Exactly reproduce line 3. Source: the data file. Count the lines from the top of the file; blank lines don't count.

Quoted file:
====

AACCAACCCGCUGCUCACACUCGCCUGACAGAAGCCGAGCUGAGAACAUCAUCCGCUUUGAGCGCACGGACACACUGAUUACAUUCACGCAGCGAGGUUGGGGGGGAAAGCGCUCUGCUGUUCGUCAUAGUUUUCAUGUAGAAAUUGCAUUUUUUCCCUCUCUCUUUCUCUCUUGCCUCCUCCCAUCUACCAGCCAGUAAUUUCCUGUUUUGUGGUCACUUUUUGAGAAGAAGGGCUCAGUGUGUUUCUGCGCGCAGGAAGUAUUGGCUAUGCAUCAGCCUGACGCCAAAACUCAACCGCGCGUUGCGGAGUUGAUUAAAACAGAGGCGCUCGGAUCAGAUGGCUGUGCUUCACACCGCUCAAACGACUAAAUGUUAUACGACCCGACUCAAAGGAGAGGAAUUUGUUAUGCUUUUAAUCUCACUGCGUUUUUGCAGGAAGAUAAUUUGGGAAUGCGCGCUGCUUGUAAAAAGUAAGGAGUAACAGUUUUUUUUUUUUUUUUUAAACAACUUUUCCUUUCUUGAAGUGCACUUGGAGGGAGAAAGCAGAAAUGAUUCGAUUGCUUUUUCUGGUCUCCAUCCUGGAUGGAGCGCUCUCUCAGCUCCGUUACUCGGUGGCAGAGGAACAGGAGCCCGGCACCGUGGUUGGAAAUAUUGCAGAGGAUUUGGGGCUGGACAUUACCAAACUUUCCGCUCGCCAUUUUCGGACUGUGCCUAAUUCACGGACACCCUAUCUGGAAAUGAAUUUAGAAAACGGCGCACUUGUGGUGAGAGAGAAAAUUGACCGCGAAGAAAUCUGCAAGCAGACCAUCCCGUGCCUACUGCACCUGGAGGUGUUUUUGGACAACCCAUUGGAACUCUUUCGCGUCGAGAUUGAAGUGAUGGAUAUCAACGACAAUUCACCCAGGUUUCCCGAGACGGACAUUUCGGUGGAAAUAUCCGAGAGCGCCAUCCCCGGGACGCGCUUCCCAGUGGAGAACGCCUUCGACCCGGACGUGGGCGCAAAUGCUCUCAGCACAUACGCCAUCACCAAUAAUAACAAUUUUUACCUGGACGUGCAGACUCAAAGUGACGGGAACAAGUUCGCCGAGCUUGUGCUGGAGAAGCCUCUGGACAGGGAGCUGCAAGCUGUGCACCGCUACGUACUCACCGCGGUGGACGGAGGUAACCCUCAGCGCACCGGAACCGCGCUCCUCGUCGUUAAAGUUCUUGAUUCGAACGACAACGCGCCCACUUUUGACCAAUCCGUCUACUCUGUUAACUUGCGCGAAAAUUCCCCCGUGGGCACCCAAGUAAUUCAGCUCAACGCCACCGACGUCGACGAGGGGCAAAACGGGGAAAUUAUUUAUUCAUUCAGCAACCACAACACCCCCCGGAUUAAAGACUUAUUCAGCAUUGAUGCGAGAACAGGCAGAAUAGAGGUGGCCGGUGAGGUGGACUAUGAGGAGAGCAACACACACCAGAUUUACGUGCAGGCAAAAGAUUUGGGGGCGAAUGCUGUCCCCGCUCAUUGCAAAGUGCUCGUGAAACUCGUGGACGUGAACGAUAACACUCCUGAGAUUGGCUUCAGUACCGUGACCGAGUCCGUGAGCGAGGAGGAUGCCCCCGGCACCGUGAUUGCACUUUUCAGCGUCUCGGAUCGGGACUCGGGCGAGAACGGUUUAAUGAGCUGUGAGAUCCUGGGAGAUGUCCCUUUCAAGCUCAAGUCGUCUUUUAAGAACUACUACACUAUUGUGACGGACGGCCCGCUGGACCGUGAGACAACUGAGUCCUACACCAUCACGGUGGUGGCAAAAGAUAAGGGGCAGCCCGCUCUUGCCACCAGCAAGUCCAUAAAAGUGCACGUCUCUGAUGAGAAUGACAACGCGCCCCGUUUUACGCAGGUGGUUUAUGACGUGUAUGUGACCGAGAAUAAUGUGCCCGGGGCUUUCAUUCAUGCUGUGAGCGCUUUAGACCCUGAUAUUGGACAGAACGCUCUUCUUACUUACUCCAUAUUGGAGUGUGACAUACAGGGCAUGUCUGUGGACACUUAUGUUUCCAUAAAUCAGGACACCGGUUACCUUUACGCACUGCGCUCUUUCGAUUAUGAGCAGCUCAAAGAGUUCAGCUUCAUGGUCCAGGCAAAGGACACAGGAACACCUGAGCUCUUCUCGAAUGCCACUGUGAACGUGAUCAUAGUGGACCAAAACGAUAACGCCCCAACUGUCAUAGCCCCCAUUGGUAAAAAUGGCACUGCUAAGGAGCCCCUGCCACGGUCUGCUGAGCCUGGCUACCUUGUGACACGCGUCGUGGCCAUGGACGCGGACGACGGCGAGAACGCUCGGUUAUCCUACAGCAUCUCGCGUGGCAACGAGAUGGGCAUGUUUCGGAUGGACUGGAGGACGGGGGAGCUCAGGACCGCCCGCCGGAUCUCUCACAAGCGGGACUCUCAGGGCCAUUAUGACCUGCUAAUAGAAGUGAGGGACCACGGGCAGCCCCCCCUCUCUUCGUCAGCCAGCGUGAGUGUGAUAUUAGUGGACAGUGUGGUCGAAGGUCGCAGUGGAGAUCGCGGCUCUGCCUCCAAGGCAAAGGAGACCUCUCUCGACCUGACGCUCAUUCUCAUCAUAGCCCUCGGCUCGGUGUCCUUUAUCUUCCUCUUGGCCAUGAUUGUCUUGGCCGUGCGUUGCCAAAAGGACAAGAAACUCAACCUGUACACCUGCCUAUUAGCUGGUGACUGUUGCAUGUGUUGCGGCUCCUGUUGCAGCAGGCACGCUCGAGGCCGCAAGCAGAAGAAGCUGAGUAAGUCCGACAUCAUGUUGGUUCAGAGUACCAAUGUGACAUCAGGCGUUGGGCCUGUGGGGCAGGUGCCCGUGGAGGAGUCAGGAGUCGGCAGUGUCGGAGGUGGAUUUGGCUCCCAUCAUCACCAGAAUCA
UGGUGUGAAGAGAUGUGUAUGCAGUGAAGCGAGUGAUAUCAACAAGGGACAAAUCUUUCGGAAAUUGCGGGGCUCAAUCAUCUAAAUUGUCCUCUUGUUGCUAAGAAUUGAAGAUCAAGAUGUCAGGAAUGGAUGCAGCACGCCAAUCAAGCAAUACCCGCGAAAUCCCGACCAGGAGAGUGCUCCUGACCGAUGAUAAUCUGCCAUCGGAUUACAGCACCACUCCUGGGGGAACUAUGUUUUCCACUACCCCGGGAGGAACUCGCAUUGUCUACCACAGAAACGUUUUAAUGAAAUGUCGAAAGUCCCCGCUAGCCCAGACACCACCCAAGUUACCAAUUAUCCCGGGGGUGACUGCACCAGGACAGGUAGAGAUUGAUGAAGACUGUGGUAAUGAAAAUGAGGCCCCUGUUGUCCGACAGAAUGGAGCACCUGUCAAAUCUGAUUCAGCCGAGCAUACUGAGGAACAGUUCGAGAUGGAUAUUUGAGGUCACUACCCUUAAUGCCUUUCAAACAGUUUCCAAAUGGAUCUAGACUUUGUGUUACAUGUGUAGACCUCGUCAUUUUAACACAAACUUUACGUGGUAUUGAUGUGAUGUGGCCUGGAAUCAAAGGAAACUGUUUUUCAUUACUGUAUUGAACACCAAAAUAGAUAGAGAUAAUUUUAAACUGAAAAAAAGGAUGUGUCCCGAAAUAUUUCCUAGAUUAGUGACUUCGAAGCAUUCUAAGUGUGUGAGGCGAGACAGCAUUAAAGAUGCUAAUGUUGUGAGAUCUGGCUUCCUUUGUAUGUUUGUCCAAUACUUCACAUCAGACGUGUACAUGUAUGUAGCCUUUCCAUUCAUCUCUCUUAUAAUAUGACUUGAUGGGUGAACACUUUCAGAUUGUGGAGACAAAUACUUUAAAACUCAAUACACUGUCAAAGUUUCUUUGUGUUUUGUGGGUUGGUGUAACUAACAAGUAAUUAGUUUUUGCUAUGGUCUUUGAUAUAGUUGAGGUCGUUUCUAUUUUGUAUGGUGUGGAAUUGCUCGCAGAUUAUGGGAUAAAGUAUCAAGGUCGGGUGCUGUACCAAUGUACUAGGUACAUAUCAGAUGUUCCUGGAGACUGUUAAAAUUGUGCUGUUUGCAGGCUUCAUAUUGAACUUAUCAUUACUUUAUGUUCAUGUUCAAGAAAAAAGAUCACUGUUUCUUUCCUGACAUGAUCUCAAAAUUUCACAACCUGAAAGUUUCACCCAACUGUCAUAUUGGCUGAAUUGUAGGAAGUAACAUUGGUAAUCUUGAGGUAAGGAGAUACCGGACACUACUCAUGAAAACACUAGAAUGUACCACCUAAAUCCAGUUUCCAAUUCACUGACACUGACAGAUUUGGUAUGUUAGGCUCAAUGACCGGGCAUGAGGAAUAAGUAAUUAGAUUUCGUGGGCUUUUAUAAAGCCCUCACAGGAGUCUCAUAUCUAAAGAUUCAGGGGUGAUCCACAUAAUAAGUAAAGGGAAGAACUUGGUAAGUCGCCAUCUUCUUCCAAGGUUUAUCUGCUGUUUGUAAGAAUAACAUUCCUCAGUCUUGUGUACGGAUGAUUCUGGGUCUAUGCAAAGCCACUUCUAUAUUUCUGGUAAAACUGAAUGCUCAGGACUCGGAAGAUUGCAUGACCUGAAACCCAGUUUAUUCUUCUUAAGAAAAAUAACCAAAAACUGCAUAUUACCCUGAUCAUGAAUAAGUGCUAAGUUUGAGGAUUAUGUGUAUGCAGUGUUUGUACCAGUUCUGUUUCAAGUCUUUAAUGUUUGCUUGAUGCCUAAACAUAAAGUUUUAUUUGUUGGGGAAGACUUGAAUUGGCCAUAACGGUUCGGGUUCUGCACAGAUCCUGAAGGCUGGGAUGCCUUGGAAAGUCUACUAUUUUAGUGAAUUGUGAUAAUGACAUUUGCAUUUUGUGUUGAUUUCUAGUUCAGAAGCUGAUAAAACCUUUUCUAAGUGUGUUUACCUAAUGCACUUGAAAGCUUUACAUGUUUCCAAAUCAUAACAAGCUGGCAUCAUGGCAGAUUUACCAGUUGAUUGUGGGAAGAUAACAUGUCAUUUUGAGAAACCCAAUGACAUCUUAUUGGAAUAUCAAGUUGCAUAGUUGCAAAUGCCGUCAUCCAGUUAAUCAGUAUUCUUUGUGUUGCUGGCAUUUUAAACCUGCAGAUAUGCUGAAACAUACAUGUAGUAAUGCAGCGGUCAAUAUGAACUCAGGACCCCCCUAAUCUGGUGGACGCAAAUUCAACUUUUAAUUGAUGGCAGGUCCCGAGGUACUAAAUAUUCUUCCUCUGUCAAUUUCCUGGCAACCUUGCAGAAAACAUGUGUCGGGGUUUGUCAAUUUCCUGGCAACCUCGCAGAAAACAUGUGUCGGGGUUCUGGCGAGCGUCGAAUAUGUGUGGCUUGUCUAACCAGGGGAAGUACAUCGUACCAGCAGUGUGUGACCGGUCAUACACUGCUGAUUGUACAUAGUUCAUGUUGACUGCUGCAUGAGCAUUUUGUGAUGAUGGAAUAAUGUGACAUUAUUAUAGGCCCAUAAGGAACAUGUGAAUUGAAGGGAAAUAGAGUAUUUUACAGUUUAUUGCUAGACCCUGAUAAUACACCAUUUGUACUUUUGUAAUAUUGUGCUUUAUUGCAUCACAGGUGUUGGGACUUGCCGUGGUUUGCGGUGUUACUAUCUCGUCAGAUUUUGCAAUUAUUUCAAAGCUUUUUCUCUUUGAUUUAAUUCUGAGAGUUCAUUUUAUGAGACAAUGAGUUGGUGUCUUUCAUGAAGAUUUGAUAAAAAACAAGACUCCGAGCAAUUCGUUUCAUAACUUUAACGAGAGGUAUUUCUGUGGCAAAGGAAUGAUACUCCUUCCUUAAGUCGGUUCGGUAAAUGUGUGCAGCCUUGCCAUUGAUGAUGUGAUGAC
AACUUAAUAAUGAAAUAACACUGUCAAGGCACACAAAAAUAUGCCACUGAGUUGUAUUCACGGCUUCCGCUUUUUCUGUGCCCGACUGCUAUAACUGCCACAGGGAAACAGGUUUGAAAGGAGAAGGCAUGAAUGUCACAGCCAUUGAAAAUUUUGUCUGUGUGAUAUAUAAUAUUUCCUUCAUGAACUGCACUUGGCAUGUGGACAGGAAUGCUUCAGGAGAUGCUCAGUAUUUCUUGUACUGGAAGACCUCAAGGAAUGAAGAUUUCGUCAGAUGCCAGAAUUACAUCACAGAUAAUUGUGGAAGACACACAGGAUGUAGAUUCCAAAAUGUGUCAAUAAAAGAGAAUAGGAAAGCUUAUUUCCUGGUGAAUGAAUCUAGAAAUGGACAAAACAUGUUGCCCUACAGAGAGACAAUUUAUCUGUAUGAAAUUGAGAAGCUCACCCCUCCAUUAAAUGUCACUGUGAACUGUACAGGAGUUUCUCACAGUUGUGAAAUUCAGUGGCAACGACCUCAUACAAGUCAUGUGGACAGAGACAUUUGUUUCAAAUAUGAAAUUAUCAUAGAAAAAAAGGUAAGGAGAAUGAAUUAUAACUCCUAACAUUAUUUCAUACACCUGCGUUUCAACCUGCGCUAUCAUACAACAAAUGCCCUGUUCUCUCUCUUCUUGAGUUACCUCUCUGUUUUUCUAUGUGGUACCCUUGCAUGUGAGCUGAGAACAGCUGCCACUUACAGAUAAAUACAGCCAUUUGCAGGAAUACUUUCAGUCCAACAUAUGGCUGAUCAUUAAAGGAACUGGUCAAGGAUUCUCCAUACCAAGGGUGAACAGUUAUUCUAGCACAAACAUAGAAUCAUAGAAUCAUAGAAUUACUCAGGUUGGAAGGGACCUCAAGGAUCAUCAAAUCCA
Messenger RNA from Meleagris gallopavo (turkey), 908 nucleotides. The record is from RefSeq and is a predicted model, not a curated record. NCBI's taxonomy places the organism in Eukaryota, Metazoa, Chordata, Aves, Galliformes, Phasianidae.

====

AACUUAAUAAUGAAAUAACACUGUCAAGGCACACAAAAAUAUGCCACUGAGUUGUAUUCACGGCUUCCGCUUUUUCUGUGCCCGACUGCUAUAACUGCCACAGGGAAACAGGUUUGAAAGGAGAAGGCAUGAAUGUCACAGCCAUUGAAAAUUUUGUCUGUGUGAUAUAUAAUAUUUCCUUCAUGAACUGCACUUGGCAUGUGGACAGGAAUGCUUCAGGAGAUGCUCAGUAUUUCUUGUACUGGAAGACCUCAAGGAAUGAAGAUUUCGUCAGAUGCCAGAAUUACAUCACAGAUAAUUGUGGAAGACACACAGGAUGUAGAUUCCAAAAUGUGUCAAUAAAAGAGAAUAGGAAAGCUUAUUUCCUGGUGAAUGAAUCUAGAAAUGGACAAAACAUGUUGCCCUACAGAGAGACAAUUUAUCUGUAUGAAAUUGAGAAGCUCACCCCUCCAUUAAAUGUCACUGUGAACUGUACAGGAGUUUCUCACAGUUGUGAAAUUCAGUGGCAACGACCUCAUACAAGUCAUGUGGACAGAGACAUUUGUUUCAAAUAUGAAAUUAUCAUAGAAAAAAAGGUAAGGAGAAUGAAUUAUAACUCCUAACAUUAUUUCAUACACCUGCGUUUCAACCUGCGCUAUCAUACAACAAAUGCCCUGUUCUCUCUCUUCUUGAGUUACCUCUCUGUUUUUCUAUGUGGUACCCUUGCAUGUGAGCUGAGAACAGCUGCCACUUACAGAUAAAUACAGCCAUUUGCAGGAAUACUUUCAGUCCAACAUAUGGCUGAUCAUUAAAGGAACUGGUCAAGGAUUCUCCAUACCAAGGGUGAACAGUUAUUCUAGCACAAACAUAGAAUCAUAGAAUCAUAGAAUUACUCAGGUUGGAAGGGACCUCAAGGAUCAUCAAAUCCA